Social Innovation

By Dana Holden, December 15, 2016

Grade Level

  • High School


  • Design for the Other 90%

Subject Area

  • Arts
  • Language Arts
  • Science
  • Social Studies
  • Technology

Lesson Time

2 x 90 minute lessons


Cooper Hewitt, Smithsonian Design Museum’s Design By The People: Designing a Better America exhibition explores design innovations that support and improve the living conditions of communities throughout the United States. Inspired by the exhibition, in particular homelessness innovations (Quixote Village) and a mobile app for expectant mothers (Text4Baby), this lesson aims to create critical, creative and global thinkers. As educators we are part of creating well-rounded citizens. To this end, these two lessons highlight school and local community issues for which students will be tasked to design potential solutions. The intention is to spark conversation about how communities can give back to their own people and look beyond personal issues in order to create a more sustainable and positive environment.


Students will be able to: • Identify and understand different community needs; • Analyze their place within society and develop skills in empathy, collaboration and leadership; • Design and create an innovative product that solves a school or wider community issue.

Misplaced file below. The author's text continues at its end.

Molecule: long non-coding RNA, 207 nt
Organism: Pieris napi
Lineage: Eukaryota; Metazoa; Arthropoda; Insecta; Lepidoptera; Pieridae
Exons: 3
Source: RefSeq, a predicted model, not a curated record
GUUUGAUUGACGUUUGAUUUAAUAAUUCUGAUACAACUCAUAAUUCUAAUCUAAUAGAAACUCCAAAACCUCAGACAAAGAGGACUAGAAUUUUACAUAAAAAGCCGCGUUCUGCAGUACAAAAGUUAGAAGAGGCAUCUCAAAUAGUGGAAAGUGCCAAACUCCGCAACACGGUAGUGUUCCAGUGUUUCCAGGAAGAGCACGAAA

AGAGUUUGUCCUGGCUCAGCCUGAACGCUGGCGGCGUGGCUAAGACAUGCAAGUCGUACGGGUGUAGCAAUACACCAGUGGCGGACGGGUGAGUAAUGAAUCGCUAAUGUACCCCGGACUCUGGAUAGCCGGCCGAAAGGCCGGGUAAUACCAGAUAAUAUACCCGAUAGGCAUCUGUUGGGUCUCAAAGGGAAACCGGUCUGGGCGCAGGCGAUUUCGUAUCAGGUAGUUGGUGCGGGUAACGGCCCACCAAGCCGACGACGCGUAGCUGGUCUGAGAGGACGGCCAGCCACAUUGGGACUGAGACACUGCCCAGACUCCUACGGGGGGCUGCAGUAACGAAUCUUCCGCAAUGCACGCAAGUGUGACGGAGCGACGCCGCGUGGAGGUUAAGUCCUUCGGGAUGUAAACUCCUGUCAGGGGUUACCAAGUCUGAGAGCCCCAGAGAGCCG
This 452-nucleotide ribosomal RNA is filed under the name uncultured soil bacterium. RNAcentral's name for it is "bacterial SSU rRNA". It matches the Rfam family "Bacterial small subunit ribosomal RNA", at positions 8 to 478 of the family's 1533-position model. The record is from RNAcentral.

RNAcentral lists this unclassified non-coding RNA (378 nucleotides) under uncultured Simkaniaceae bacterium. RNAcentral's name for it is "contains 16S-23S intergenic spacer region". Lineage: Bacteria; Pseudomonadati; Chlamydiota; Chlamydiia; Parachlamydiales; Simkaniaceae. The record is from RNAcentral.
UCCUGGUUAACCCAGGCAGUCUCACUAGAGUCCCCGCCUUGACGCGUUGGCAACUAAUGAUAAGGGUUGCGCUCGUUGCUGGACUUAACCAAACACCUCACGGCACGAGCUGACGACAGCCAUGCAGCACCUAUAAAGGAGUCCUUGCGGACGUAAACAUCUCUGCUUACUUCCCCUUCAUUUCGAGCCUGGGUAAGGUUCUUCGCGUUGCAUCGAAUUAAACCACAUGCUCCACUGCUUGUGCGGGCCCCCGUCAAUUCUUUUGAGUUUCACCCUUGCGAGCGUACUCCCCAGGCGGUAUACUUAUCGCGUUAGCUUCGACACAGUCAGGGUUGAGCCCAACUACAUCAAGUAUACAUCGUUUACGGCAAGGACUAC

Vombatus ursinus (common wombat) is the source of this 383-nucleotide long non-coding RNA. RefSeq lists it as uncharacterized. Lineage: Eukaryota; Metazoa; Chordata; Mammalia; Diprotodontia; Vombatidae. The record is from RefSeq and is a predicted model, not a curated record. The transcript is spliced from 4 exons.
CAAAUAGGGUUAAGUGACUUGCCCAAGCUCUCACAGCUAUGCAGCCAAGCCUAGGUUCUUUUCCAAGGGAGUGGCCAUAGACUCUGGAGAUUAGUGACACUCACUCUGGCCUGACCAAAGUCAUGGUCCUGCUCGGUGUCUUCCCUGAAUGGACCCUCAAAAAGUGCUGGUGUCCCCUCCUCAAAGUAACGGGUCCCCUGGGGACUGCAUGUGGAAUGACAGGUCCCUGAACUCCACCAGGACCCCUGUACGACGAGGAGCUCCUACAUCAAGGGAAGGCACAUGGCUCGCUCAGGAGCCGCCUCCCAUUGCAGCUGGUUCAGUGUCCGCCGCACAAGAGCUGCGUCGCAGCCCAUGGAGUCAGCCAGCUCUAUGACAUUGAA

• Cooper Hewitt By The People Exhibition SLIDE 48 (text4baby app) 15 (homelessness) • Computer • Projector • Videos: o D School Stanford – How not to brainstorm How to brainstorm o “How might we?” o Paul Polak – water story


Materials for student prototypes and presentations: Paper, colored paper, pens, colored pencils, scissors, glue, pipe cleaners, garbage bags and any other materials you feel your students need in order to create their designs. Prototypes only represent real materials and do no need to be expensive or the actual material the students would use to make the real product/design. BACKGROUND: • Research your local area about existing community issues in order to assist and guide students to identify a real issue so that they can fully engage in an authentic and sincere way with the content and their communities. • Ideas and places to get you and your students started: Community Solutions – National Design Award Winner’s, Rosanne Haggerty, website: Homelessness innovations: A list of Homelessness help services: National Alliance to End Homelessness website: Some examples of Social Innovation by Stanford Graduate School of Business: Background information on Social Innovation: